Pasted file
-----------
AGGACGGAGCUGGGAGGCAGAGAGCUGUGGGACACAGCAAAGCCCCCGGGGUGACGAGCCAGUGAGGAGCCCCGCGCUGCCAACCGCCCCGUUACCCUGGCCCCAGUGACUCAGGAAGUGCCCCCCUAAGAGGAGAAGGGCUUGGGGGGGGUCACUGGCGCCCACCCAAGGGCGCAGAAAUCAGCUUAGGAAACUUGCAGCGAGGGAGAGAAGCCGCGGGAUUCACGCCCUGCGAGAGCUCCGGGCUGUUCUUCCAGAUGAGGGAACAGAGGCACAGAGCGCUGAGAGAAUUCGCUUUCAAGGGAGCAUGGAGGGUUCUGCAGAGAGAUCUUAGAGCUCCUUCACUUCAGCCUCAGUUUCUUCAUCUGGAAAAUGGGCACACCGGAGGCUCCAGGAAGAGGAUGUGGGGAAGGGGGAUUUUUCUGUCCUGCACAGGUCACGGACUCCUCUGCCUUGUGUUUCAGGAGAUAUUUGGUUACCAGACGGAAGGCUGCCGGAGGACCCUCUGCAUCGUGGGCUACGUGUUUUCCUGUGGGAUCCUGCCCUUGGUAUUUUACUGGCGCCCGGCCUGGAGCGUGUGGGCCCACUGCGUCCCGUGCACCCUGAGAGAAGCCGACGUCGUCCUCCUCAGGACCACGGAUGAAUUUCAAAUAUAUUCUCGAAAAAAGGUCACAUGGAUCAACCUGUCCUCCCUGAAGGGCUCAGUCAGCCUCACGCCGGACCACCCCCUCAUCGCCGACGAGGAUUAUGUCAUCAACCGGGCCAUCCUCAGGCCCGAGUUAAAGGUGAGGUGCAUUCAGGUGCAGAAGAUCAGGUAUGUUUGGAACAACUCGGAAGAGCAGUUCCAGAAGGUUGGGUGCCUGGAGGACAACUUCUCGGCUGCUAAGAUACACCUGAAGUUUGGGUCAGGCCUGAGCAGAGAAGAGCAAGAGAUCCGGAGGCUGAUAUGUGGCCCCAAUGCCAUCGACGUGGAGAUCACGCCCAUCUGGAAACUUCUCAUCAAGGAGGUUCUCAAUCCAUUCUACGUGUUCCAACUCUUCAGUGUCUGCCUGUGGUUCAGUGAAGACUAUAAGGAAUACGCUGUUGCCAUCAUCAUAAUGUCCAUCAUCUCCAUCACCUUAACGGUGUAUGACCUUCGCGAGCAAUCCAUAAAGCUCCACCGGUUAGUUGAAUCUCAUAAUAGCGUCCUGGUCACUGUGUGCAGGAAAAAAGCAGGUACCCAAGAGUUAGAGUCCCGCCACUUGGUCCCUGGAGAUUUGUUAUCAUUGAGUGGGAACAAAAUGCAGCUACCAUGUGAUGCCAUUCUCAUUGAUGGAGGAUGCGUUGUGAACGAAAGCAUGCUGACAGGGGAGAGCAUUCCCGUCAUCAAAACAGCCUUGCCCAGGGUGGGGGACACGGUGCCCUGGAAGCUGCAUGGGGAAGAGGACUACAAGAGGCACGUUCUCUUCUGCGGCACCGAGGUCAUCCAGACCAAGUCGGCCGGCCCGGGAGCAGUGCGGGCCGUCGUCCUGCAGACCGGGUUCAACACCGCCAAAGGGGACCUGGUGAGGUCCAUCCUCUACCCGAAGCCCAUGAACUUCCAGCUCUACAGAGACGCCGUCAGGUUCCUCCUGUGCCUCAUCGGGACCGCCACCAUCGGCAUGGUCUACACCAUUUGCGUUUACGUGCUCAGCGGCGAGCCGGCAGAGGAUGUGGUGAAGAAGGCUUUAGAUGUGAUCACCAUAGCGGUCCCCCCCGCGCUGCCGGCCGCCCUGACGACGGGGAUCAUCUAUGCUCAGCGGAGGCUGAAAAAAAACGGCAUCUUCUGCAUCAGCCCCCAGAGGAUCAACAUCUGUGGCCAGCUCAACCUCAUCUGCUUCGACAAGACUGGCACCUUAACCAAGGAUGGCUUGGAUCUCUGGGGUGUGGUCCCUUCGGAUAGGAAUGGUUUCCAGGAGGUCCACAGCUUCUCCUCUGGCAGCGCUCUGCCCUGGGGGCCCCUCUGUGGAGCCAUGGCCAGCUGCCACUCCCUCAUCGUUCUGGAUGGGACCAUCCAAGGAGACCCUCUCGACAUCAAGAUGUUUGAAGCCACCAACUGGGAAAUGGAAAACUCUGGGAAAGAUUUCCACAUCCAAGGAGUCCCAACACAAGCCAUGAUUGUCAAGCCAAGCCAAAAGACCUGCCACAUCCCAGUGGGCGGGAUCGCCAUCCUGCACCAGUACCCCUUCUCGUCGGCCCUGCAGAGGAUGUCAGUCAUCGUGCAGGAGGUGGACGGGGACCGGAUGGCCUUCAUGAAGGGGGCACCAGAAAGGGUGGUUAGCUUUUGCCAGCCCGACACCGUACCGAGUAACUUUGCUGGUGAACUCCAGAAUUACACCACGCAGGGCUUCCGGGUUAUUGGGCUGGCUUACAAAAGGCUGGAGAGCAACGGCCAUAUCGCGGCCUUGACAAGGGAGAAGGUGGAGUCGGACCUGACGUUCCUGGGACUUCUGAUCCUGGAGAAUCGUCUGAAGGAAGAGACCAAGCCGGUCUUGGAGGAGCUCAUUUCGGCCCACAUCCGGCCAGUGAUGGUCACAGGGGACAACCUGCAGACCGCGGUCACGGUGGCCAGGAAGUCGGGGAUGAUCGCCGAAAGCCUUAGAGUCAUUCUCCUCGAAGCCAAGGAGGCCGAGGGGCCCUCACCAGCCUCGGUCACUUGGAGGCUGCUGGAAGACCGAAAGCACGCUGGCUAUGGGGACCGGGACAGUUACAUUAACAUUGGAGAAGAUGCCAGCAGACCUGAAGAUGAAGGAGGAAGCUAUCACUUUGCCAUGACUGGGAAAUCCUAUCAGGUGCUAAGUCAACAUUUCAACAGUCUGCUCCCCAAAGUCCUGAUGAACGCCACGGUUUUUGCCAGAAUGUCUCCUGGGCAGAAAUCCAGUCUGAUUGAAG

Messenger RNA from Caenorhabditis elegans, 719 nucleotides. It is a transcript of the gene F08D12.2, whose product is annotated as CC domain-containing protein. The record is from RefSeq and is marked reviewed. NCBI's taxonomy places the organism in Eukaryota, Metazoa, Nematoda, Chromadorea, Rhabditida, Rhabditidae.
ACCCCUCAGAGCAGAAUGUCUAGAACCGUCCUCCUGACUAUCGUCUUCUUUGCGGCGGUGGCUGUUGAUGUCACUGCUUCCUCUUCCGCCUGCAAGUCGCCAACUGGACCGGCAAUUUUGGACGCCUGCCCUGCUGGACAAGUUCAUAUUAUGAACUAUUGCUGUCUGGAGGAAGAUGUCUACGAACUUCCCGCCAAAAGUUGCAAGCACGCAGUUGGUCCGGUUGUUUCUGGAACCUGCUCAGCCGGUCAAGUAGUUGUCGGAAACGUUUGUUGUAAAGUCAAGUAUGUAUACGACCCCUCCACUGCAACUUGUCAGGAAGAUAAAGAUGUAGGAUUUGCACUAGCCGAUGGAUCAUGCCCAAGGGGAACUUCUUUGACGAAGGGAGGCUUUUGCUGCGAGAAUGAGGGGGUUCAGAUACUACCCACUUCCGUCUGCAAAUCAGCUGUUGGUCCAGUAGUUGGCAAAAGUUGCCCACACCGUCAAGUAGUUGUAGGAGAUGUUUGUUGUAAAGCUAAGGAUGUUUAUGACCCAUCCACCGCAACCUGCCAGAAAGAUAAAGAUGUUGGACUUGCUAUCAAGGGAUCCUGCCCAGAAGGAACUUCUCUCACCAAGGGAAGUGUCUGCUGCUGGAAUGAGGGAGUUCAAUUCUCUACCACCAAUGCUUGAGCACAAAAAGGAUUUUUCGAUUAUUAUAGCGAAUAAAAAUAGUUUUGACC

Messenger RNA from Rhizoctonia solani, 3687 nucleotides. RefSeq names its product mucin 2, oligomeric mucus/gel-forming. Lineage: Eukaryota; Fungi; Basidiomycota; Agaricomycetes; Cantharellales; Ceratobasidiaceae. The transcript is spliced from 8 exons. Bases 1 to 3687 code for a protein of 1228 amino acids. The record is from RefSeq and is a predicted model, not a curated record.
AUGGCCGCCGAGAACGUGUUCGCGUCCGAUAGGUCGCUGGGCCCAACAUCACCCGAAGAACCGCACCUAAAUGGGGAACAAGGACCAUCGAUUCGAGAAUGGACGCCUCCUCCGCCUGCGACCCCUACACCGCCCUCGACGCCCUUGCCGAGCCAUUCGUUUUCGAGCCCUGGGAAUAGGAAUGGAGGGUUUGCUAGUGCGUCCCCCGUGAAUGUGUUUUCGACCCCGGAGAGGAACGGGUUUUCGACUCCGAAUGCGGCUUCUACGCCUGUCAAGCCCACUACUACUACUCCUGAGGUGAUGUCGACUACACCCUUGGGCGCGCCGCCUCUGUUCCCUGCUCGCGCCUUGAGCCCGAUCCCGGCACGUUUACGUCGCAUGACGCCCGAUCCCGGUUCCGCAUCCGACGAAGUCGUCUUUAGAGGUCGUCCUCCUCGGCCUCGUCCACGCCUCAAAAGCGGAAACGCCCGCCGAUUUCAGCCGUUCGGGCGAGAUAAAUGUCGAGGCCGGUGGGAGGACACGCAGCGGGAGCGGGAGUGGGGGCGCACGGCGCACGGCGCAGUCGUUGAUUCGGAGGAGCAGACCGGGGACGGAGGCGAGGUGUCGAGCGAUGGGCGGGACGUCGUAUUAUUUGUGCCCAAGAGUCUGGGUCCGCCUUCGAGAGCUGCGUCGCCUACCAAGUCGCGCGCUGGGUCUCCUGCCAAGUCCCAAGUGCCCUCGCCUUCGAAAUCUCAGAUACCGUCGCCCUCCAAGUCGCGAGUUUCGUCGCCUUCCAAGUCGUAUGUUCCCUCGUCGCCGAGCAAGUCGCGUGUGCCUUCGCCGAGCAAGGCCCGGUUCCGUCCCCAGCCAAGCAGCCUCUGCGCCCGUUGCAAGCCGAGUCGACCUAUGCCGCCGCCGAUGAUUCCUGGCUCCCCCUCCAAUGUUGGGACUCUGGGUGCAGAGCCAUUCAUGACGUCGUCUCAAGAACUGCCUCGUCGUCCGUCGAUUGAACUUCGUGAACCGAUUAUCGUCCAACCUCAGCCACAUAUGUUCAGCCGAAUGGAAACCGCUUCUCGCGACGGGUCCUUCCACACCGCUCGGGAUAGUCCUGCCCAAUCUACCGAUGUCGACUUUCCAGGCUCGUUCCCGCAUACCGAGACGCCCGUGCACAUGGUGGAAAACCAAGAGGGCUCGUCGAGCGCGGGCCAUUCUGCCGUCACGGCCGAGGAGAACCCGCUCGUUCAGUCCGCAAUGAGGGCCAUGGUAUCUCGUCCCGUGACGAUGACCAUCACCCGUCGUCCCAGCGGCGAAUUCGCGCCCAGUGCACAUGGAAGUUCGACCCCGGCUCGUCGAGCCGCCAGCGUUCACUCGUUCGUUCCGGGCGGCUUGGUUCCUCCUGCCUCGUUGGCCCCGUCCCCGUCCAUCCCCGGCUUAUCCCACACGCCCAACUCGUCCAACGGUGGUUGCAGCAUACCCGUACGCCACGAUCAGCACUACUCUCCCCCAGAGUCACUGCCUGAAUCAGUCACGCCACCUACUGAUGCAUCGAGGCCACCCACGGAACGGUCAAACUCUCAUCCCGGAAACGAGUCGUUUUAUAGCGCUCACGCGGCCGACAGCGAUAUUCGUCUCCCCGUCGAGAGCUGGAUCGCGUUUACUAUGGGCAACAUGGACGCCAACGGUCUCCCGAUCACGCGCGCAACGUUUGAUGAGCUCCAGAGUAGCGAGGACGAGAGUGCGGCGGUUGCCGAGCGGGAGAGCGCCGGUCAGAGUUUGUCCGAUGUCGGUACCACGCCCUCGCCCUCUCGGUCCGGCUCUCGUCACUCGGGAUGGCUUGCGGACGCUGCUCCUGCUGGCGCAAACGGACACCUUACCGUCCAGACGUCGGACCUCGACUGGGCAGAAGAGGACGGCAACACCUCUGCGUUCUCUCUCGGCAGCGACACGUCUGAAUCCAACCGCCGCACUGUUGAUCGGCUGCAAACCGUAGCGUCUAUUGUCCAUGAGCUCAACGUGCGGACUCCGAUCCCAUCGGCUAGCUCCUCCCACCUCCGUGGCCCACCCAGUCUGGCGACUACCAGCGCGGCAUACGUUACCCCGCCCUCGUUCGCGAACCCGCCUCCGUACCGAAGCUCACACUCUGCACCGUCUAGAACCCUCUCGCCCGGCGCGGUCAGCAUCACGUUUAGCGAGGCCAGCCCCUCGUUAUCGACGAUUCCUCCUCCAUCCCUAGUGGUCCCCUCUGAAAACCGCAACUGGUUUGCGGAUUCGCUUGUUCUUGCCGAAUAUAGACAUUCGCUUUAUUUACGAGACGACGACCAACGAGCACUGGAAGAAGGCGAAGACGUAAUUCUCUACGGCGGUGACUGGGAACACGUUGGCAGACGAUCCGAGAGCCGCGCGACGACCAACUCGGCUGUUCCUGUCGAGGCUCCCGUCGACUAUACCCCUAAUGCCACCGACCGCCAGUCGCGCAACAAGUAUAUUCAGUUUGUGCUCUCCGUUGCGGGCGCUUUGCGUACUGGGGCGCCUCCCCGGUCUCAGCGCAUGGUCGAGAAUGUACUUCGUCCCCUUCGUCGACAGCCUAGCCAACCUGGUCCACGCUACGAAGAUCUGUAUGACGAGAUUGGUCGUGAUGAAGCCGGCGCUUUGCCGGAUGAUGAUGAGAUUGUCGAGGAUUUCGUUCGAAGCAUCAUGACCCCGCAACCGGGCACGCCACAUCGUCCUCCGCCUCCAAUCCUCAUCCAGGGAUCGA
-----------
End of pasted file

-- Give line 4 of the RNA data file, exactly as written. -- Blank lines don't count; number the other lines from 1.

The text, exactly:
Messenger RNA from Rhizoctonia solani, 3687 nucleotides. RefSeq names its product mucin 2, oligomeric mucus/gel-forming. Lineage: Eukaryota; Fungi; Basidiomycota; Agaricomycetes; Cantharellales; Ceratobasidiaceae. The transcript is spliced from 8 exons. Bases 1 to 3687 code for a protein of 1228 amino acids. The record is from RefSeq and is a predicted model, not a curated record.